Title: The NY Tyrant
Vol. 4, Issue 1
Theme: I don’t know, Zombie Red Dawn?
Featured Names on the Cover: Noy Holland, Gordon Lish, Padgett Powell, Carrie Cooperider, Catherine Foulkrod, Brandon Hobson, Gary Lutz.
What: The literary magazine from Giancarlo DiTrapano. I’ll admit right here and right now that I’ve never read an issue of the famed Tyrant before. I’m usually too shy to order lit mags (shy=cheap), because of their hit-and-miss qualities, I’d rather buy full-length books. But that’s why I’m doing this project, to read more lit mags, therefore more writers, and then buy more lit stuff. I have nobel intentions. But I usually see DiTrapano’s name pop up on the HTMLG and became familiar with his tastes that way. Because of that, I knew what I was getting into with this. Though I’m not familiar with too many of the featured names, (Gordon Lish!!!), the guts didn’t disappoint. Mark Leidner! Paula Bomer! Tao Lin! Robert Lopez! Amber Sparks!
Format: I need an internship at a printer to figure out this perfect size. What’s this an A4? Whatever. It’s wide enough to spread comfortably on a table, but slim enough to carry easily in one hand. When I extend my hand across the page, my ring finger and pinky dangle off (TMI?).
But let’s quibble a bit. Some of the contributor photos in the back are grainy and digitized somewhat, like your grandma color-corrected your childhood birthday party photos. But then oddly enough it made me more attention to the contributors and their bios, prompting me to read the Hob Broun and Rachel Glaser stories. (Win for me in that regard, and win for NY Tyrant—your little scheme worked).
Why (or Why Not To) Read It:
Read this mag for two reasons at least, and then I’ll give you more reasons but I’ll start with two: Paula Bomer and Rachel Glaser. Bomer’s “Metamorphosis” was frightening and Nine Months has been sitting on my shelf for about 4 months, and well, I’m about to extend my fingers all over that book in the near future. Bomer writes blasé like no one’s business, but it should all be our business, this is a good story.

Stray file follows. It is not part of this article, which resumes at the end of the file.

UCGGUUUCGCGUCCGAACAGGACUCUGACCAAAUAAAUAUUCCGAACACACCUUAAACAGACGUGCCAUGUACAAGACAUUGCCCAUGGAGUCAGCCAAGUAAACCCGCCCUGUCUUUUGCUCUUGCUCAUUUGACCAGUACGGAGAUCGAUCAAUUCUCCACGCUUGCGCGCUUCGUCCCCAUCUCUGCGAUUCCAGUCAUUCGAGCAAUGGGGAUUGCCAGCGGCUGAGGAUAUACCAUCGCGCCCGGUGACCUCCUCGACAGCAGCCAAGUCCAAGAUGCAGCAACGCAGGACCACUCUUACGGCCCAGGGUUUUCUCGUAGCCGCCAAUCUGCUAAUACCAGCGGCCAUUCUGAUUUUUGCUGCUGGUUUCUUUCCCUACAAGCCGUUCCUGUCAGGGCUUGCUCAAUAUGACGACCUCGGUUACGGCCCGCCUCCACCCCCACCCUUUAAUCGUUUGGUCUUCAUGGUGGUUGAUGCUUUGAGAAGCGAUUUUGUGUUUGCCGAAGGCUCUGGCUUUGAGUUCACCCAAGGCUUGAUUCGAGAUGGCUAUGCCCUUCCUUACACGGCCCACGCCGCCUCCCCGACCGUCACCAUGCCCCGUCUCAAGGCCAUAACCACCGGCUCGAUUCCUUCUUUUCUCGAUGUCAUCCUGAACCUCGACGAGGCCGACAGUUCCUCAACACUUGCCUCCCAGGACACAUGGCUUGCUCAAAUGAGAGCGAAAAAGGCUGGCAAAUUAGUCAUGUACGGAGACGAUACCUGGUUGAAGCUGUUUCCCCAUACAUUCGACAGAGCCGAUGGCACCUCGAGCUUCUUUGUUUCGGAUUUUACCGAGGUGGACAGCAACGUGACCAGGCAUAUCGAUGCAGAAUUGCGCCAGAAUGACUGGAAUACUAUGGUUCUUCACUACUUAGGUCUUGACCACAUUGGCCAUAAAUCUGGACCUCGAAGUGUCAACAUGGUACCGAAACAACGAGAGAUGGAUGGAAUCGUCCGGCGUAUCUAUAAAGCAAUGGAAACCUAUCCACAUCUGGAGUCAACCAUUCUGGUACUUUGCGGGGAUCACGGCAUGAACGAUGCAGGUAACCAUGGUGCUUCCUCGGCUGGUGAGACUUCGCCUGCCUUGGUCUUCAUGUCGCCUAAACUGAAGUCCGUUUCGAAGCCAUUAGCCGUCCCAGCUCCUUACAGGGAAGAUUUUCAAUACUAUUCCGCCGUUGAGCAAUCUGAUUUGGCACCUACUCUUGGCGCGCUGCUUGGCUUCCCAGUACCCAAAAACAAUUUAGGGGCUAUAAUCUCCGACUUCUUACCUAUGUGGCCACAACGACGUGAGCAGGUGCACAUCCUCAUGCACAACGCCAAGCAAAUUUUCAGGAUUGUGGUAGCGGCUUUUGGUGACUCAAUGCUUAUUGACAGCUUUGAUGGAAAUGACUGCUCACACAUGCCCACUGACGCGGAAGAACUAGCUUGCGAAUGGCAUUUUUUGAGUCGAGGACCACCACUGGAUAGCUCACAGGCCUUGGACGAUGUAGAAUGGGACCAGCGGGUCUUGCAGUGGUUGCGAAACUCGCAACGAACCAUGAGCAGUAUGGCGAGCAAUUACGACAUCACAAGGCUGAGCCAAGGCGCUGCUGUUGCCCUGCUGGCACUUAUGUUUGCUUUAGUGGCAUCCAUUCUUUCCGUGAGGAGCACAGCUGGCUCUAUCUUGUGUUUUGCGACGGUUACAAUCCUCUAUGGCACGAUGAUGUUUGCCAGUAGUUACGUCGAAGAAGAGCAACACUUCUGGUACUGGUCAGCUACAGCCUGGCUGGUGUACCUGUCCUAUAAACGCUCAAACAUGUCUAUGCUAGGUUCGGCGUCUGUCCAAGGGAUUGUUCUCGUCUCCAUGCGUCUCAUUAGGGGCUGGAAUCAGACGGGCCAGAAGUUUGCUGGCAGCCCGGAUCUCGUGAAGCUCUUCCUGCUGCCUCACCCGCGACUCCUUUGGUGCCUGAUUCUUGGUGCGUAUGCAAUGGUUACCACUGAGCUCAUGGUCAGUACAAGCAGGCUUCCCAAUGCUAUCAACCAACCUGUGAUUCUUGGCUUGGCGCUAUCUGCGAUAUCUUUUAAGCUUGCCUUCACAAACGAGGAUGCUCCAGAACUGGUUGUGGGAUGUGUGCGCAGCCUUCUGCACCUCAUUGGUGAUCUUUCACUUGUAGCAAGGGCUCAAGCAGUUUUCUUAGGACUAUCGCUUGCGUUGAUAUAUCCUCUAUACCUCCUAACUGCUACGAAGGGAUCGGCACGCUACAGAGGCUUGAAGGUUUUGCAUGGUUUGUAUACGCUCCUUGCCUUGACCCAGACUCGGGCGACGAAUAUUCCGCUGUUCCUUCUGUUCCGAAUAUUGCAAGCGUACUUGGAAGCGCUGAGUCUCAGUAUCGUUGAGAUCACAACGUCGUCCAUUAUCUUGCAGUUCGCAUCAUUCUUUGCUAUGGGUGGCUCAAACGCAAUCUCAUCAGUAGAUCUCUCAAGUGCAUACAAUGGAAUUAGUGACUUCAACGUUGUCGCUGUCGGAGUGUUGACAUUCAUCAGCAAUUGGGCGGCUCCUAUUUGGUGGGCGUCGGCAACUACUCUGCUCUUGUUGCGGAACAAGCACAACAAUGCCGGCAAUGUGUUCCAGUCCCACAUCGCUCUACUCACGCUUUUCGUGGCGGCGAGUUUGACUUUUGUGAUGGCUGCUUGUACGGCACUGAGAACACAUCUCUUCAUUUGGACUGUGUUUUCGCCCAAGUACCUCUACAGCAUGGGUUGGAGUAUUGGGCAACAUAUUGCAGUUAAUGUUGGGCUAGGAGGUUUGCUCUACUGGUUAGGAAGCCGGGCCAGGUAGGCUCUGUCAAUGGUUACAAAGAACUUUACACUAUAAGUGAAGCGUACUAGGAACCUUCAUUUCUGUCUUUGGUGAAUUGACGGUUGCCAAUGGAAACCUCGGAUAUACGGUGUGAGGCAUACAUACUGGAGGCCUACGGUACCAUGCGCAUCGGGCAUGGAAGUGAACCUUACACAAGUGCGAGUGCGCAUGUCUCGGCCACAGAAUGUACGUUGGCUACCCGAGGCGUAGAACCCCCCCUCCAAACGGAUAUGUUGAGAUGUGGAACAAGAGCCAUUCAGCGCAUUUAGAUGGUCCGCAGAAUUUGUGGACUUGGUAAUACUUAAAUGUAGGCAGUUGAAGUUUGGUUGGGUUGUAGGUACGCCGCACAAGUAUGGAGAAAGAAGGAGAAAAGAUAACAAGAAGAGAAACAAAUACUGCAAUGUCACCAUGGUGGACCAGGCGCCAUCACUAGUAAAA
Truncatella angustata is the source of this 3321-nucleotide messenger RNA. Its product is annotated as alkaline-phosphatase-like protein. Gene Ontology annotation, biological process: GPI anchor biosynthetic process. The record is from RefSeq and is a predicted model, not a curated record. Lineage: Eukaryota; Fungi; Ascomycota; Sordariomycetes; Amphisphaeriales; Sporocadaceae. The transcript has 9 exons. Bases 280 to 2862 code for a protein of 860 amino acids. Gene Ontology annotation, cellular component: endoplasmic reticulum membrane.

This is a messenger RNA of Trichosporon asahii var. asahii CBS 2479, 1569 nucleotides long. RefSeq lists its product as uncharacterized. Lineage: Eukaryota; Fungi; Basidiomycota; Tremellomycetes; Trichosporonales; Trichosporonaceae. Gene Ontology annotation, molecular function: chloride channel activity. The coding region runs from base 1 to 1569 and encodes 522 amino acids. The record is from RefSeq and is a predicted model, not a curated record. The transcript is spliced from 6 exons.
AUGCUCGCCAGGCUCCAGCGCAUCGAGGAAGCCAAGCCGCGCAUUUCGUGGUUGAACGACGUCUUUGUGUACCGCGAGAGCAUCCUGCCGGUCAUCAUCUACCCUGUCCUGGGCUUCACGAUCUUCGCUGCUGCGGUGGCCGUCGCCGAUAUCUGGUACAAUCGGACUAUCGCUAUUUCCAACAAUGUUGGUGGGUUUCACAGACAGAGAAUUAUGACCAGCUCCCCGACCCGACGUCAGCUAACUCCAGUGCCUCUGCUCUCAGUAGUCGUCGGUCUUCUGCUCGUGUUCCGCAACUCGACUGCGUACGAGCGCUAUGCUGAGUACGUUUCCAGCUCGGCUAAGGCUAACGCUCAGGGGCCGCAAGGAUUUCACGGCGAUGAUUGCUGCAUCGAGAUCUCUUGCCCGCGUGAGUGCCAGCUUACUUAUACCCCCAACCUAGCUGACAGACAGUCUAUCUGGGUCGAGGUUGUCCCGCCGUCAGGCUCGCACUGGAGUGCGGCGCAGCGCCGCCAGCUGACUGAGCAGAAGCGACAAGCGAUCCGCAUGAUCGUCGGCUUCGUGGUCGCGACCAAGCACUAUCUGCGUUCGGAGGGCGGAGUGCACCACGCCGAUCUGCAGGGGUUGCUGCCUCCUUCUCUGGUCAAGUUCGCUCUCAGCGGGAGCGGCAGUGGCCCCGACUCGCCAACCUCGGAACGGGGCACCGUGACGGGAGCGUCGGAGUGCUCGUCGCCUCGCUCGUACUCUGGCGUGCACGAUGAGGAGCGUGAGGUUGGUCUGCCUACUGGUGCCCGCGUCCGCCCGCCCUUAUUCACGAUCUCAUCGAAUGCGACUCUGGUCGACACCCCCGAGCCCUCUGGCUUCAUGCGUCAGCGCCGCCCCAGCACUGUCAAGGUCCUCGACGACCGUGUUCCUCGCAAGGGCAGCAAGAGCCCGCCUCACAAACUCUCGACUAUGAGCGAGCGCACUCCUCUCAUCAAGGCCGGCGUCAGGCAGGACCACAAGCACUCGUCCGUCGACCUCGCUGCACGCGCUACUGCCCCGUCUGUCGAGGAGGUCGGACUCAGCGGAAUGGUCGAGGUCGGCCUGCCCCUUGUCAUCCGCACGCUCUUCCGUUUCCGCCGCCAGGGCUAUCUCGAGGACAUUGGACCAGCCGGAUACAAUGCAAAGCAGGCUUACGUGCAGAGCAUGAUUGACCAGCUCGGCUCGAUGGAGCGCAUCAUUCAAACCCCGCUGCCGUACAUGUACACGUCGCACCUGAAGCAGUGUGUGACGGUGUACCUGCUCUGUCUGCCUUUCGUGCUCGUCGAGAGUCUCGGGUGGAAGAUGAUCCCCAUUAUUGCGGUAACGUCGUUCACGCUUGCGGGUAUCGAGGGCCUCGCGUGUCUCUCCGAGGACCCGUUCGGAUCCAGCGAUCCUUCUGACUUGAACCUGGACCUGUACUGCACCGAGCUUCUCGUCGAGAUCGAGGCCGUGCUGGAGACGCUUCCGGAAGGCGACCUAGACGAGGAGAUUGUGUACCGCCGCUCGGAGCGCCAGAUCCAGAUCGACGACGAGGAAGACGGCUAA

Okay, you knock that one out, and then you have to turn to Glaser’s “The Ellens.” Frightening too, except Glaser extends out her character while Bomer tightens hers up. Link these two together because they’re similar excisions into identity and worth and how others function around a person. Solid gems.
Let’s keep going with the positivity.
Mark Leidner may be my favorite poet right now, his Twitter feed keeps my spirits up, and okay, shut up, I’ll buy your book, just don’t stab me with your “Chopsticks,” and let’s just skip the Chinese takeout.
What next? Gordon Lish. Sure, he’s in here.
Robert Lopez. He and Leidner represent the same totem in my head—writers I should be reading. More motivation: “The Sky Was Everywhere Like Water.”
Don’t read this for the Tao Lin story, I’m a fan of his, seems like this is a minor piece, not sure if it’s in his new book, probably even the biggest “fans” can avoid this one. But, this is a stylistic change in some ways, the sentences are very long, there are a lot of commas, but he’s just as precise in his description of action.
Josiah Summerville, take it and run. The character in his story, “A Big Game” is an unconfident, but overbearing jock, the tone veers between cramped nervousness to casual goofiness. Good, good.
I can’t ever get into Padgett Powell. Sorry.
The ending query letter is a classic. And if you’re in prison reading this, you can get a copy of NY Tyrant for free. Take advantage of that, just saying.